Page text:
Maine Gov. Paul LePage: Civil War was initially fought over land, not slavery
Posted August 22
Maine Gov. Paul LePage defended monuments to the Confederacy in a radio interview on Tuesday, claiming that 7,600 Mainers fought for the South and that the war was initially about land, not slavery.
Two Civil War historians contacted by told CNN disputed LePage's assertions.
"What was the war? If you really truly read and study the Civil War, it was turned into a battle for the slaves, but initially - I mean, 7,600 Mainers fought for the Confederacy," LePage, a Republican, said in an interview with Maine radio station WVOM. "And they fought because they were concerned about - they were farmers - and they were concerned about their land. Their property. It was a property rights issue as it began. The President of the United States, who was a very brilliant politician, really made it about slavery to a great degree."
Slaves were considered property up to and during the Civil War.
LePage also said that removing confederate monuments could lead to the removal of history books and monuments to the Oklahoma City bombing and the terrorist attacks on Sept. 11, 2001. The Sun Journal first reported LePage's comments.
Jamie Kingman Rice, the director of Library Service at the Maine Historical Society, told CNN that LePage's 7,600 figure "is not a number that is known to the research community."
David Blight, Civil War historian and professor at Yale, told CNN in an interview that it was doubtful more than a handful of Mainers fought for the Confederacy. The state of Maine was one of the strongest supporters of the Union.
Blight also took issue with LePage's claim that the Civil War was initially a conflict over land.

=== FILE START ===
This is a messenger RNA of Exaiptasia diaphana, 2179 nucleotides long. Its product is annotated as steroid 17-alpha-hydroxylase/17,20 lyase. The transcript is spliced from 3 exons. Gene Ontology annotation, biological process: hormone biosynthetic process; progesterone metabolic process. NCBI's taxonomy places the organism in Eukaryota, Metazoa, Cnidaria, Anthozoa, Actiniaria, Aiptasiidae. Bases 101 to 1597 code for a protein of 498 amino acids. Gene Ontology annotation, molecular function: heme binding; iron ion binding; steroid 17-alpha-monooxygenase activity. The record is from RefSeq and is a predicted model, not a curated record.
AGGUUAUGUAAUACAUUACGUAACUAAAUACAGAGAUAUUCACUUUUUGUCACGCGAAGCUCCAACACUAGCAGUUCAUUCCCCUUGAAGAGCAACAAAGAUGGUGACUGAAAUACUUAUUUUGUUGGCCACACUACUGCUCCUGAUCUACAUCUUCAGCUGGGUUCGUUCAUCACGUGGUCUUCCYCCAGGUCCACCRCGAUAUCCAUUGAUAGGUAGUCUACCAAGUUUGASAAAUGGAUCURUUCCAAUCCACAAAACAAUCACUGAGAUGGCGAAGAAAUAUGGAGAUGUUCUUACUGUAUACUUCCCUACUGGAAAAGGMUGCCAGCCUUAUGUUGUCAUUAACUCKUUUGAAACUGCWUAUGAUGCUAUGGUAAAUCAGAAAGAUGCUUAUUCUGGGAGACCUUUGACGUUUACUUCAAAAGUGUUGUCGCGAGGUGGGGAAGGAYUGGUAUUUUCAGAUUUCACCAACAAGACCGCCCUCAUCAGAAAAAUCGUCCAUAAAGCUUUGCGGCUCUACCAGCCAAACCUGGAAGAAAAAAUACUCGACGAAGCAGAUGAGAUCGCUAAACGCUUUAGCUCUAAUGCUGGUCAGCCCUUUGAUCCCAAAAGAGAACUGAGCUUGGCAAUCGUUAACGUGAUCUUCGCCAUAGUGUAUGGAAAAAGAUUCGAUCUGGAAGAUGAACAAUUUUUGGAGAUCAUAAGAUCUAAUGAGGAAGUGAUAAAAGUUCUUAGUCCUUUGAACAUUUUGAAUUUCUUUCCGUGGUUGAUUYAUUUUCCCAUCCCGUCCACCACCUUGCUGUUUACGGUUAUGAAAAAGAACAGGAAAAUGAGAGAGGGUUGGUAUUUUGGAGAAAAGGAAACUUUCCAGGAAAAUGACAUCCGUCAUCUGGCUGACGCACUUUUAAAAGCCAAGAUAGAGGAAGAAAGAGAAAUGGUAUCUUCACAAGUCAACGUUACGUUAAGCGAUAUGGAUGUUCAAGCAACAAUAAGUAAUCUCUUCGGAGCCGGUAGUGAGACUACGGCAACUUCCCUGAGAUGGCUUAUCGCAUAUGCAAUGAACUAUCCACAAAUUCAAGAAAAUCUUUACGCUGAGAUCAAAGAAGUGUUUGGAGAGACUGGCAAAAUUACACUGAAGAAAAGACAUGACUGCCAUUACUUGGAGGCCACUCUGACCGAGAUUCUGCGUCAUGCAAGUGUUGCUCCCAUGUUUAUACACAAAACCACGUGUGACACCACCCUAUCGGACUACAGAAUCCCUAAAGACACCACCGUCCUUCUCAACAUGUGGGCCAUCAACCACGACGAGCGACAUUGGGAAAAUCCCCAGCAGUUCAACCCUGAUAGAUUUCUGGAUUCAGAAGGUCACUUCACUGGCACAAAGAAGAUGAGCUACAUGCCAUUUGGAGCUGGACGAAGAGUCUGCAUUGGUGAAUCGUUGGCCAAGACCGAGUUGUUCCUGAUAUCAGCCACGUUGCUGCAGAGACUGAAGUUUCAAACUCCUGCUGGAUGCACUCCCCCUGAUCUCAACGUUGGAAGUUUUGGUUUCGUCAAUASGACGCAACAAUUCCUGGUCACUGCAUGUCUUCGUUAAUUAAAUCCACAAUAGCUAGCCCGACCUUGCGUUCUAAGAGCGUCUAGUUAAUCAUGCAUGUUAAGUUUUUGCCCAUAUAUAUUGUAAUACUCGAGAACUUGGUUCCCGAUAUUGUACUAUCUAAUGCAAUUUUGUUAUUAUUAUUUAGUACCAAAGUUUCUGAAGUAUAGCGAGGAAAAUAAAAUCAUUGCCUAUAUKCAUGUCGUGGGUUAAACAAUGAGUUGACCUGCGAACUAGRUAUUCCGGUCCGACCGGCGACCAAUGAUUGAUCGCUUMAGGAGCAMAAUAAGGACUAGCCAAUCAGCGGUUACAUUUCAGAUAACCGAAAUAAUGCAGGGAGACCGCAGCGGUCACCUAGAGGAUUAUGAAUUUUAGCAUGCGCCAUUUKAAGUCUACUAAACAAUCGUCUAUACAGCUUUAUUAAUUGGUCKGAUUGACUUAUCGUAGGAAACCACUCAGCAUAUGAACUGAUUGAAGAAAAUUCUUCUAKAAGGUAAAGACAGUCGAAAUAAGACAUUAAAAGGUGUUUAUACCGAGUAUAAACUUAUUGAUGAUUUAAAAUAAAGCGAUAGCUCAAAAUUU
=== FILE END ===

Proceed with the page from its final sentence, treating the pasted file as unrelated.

"That's patented nonsense. It's appalling degree of ignorance and misinformation by a governor of a New England state, or any state for that matter," he said.
Blight reiterated that the war was fought over slavery and its expansion into new territories.
"This war was rooted in the problem racial slavery and its expansion, and the ways in which that issue tore apart the American political system and then tore apart the Union," Blight said. "And to say that the war was only in the interest of farmers worried about their property rights is beyond ridiculous in the 21st century."
Matthew Karp, a Civil War historian at Princeton University, told CNN "the idea that Maine was a Confederate hotbed is pretty ludicrous."
"I have no idea what LePage is talking about," Karp said. "In the 1860 Presidential election, the southern Democratic candidate John C. Breckinridge couldn't even get 7600 votes in Maine. Lincoln won over 62% of the vote (his fourth highest mark in the country) and Maine furnished over 70,000 troops for the Union, including over 9,000 who died during the Civil War."
Karp also said there was no doubt that property rights played an important role in the cause of the Civil War, but that slaves were the property at issue.
"As lots of historians have pointed out recently, the property value of the South's slaves was somewhere around $3 billion -- more than all the banks, factories, and railroads in the North combined," he said. "Slaveholders believed their right to human property was enshrined in the Constitution, while Lincoln and the Republicans did not -- a major reason that so many slave-holding leaders embraced secession after Lincoln was elected."